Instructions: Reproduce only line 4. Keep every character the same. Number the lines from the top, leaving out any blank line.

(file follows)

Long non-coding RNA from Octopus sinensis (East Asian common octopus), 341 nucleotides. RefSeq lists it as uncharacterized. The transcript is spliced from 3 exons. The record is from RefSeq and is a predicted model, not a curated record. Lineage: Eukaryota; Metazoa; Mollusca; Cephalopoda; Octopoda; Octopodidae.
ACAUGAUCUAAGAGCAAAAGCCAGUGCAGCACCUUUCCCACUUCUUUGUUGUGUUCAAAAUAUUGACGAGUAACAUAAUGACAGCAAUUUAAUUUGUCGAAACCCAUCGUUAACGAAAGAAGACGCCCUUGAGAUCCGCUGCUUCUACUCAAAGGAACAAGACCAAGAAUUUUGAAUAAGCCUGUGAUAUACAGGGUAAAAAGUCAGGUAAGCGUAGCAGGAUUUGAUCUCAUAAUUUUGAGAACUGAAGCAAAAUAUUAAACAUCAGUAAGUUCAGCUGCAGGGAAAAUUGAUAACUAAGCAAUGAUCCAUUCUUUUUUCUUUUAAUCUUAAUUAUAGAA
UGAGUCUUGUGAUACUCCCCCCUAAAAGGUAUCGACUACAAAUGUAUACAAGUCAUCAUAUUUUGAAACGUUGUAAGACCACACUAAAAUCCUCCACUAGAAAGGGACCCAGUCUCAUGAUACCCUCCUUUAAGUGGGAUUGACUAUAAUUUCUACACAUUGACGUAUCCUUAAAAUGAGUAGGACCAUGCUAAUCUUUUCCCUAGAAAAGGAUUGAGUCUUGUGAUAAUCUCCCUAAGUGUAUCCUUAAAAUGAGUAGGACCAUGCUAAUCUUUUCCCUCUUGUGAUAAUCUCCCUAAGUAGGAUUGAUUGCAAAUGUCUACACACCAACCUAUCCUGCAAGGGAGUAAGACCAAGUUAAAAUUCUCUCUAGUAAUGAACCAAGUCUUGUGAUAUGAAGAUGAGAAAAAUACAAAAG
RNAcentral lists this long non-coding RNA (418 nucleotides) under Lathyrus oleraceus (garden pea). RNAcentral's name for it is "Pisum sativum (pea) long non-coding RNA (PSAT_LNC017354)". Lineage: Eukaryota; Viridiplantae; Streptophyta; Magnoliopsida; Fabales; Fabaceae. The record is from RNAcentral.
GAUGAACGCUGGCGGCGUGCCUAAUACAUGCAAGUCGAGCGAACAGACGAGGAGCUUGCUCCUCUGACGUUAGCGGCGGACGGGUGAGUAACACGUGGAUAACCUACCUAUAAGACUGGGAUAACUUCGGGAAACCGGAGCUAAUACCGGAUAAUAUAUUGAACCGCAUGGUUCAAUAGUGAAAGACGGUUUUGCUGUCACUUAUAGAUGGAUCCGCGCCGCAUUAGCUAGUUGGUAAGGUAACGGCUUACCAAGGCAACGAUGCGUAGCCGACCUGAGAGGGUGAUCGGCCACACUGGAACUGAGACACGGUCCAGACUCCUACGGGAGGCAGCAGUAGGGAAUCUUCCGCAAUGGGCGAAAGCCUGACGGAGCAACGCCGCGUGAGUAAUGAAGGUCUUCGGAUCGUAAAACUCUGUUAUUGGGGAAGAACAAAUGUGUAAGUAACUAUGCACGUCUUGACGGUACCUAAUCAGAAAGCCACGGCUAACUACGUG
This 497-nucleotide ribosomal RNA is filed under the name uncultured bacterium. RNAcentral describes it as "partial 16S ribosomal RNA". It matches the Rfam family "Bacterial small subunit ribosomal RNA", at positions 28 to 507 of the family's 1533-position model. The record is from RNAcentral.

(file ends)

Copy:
RNAcentral lists this long non-coding RNA (418 nucleotides) under Lathyrus oleraceus (garden pea). RNAcentral's name for it is "Pisum sativum (pea) long non-coding RNA (PSAT_LNC017354)". Lineage: Eukaryota; Viridiplantae; Streptophyta; Magnoliopsida; Fabales; Fabaceae. The record is from RNAcentral.